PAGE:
Saturday, September 02, 2006

The Grinch: A Car With A Past

I sat down with the package that Sal Iannelo had sent. It contained not only the logbooks but also the original homologation certificate and a series of nine photographs of the car taken by one of its original owners.

It was really neat to see it in that form. All of the paint was glossy black and neatly pen stripped in red. The frame and the aluminum parts looked clean and bright. That is the way a race car should look.
In it’s current form it looks a little like I felt, surface chipped and a little rough around the edges. The trick would be to get it back like it was, and maybe heal myself a bit in the process. Consider it therapy.

On the back of one of the photos was a note that said "The Grinch MX1 Was built by Gary and Wayne Dassinger of Sebring Florida, in 1986 & ’87 and raced by Mike Schiffer from ’87 to ’92 at Sebring and Daytona."

This took into my home country. I had grown up down there. On top of that, the name "Mike Schiffer" sounded familiar to me. It was like something on the tip of my tongue that I couldn’t quite enunciate.
There were also pictures of another car, a Mysterian M2 of slightly later design that indicated a lot less frontal wind drag, shown next to the Grinch. I figured this was the driver’s next ride. Another Vee. Maybe he was still racing.

I looked through the logbooks and found that Mike had raced the car the car almost eighty times and had finished in the top ten in 67 of them. Seventy seven percent top tens is not shabby.

Succeeding drivers were not as successful. John McFarland raced it twice, Bill Hornack eight times, Brian Goodchild eleven times. None had outstanding records. It seemed to have become a "drivers school / first season" sort of car.

I had one like that once. It taught me a lot of lessons. I kept puttering with it, trying to imitate the latest trick until I discovered that the biggest trick of all was proper set up. When done right, my car was as fast as the latest stuff on the track. As old and as out dated as it was it could stay in there with the best of them. I would have to remember that. It was a lesson hard and expensively learned.

Sal Iannello bought the car as a project in ’99 and held it on to it, hoping to get around to working on it, until he sold it to me in ‘06.

That’s a long life for any other kind of racecar. Not so with Vees.
* * *
Since they were racing in the same area, I thought Carl Watral might just know Mike Schiffer, I called. He did and gave me a phone number.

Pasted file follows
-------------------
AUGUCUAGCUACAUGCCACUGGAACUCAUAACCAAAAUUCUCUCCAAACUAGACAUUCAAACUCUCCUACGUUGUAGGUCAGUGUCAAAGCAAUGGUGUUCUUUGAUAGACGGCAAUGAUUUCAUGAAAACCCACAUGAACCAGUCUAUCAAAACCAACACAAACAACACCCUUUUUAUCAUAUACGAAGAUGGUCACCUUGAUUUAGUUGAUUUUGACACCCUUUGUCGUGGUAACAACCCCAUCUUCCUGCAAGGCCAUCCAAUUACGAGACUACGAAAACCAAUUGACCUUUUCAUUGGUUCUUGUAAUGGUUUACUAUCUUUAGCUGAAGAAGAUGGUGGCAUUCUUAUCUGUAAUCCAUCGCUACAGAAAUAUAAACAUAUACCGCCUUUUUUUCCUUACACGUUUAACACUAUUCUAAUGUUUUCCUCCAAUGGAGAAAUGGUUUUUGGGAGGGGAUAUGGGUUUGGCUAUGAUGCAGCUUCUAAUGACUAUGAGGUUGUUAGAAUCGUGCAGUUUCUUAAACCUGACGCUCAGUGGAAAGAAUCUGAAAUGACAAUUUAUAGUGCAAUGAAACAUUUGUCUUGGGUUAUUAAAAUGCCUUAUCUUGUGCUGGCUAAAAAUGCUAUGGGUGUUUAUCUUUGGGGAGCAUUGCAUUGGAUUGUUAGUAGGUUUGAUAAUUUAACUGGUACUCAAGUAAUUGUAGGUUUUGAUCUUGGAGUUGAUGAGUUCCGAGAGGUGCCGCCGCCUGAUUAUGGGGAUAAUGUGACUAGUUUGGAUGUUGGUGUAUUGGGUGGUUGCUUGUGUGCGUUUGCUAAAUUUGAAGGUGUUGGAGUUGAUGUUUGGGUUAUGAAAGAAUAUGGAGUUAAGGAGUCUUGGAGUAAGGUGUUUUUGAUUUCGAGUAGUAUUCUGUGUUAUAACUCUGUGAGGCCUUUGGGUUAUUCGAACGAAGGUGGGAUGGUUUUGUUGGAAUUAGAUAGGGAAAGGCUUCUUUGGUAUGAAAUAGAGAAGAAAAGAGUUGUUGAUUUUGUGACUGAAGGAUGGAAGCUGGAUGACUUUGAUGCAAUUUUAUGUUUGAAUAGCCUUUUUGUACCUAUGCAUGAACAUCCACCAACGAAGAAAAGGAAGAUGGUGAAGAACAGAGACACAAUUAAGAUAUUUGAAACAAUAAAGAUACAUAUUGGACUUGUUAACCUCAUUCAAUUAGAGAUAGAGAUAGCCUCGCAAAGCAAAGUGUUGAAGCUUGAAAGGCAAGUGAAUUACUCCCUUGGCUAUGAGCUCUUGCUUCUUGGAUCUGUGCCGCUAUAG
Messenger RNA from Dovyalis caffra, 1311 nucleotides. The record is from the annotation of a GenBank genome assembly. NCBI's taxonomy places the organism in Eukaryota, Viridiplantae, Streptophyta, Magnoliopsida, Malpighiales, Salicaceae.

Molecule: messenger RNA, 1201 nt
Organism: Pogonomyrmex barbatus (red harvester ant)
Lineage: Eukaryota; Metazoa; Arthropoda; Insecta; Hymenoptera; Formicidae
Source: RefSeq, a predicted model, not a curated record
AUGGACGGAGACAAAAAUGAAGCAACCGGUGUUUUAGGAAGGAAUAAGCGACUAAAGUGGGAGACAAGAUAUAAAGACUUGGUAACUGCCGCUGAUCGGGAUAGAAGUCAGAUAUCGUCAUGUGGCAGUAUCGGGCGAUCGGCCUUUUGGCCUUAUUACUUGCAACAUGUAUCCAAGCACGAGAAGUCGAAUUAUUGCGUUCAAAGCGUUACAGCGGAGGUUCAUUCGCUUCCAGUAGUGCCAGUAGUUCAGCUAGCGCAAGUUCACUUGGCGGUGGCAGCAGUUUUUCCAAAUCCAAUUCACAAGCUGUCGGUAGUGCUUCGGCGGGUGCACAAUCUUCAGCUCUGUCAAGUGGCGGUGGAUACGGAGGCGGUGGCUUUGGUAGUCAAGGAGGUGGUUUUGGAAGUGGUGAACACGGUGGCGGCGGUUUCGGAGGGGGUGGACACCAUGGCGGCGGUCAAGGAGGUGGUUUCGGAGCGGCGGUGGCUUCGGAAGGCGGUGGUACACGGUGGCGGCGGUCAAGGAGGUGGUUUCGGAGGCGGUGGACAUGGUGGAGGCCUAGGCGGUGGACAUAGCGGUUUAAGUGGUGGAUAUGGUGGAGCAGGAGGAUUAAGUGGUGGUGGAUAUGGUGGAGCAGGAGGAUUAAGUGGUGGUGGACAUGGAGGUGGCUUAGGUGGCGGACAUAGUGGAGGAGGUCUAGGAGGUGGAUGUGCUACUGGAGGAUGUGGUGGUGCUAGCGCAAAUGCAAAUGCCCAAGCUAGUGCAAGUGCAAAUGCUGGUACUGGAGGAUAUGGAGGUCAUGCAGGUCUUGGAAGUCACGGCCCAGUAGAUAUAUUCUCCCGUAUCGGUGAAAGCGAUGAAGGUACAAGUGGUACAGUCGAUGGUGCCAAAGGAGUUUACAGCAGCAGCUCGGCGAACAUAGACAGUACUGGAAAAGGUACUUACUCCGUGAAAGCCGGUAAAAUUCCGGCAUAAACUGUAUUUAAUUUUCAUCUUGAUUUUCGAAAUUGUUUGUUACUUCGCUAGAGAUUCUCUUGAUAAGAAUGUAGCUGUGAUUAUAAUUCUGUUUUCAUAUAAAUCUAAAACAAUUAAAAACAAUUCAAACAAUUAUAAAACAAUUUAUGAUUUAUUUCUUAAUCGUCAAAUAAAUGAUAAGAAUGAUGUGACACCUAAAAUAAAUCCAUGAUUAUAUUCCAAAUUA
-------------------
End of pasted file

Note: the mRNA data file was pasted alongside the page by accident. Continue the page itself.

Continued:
I called Mike and missed him. He later returned the call and we had a nice chat. He clued me into the location for the original builders and even came up with a phone number for Gary in Sebring.

I called Gary Dassinger and got a brief history on the car, It had been built by Gary’s father, he and his brother Wayne. He talked fondly of the time. His father had since passed on and he and his brother had occasionally spoken of getting the car back and restoring it. Just for kicks. Sort of a tribute to their Dad.

Having lost my own father a few years ago I understood the feeling and was in sympathy with the idea. I thought about that for a few days.

AT this point there were several ways to go with the car:
- ONE: I could update it to formula first (remember therapy), run it our little track and have a hell of a good time. That would entail some drastic changes to the car that would alter it significantly from the standard Vee class.
- TWO: I could restore it as a vintage Vee and run it in it's original configuration. I had all the documentation, and photographs of the original car. It was vintage eligible. Vintage racing is a laid back form of the sport and one that I had seriously considered before becoming infected by the Formula First virus. It was just a matter of restoring what was there. I even had the original builder to use as reference. This would be, by far, the simplest and least expensive racing option
- THREE: I could give it back to the Dassingers and let them restore it as they wished and find another candidate. There were plenty around.

Any one of the three was attractive in its own way. I thought about it a lot for a few days. Whichever decision was made it would have to happen soon as I needed to get to work on the car in order to make the October deadline or find another one that needed less effort.

Finally, I called Gary and offered the car to them. I could not afford to just give it to them but I did offer to sell it to them for what I had in it at that point. I just could not get away from what a neat thing it would be for them to redo the car for themselves and their father.

Unfortunately, Gary was just about to go in for surgery and his brother now lived in Portland. They tried every way they could think of to pull it off but finally had to give up the idea. I was kind of sad for them.

One the other hand I could now get to work and get the car ready and I had some ideas about stuff that I wanted to mess with.


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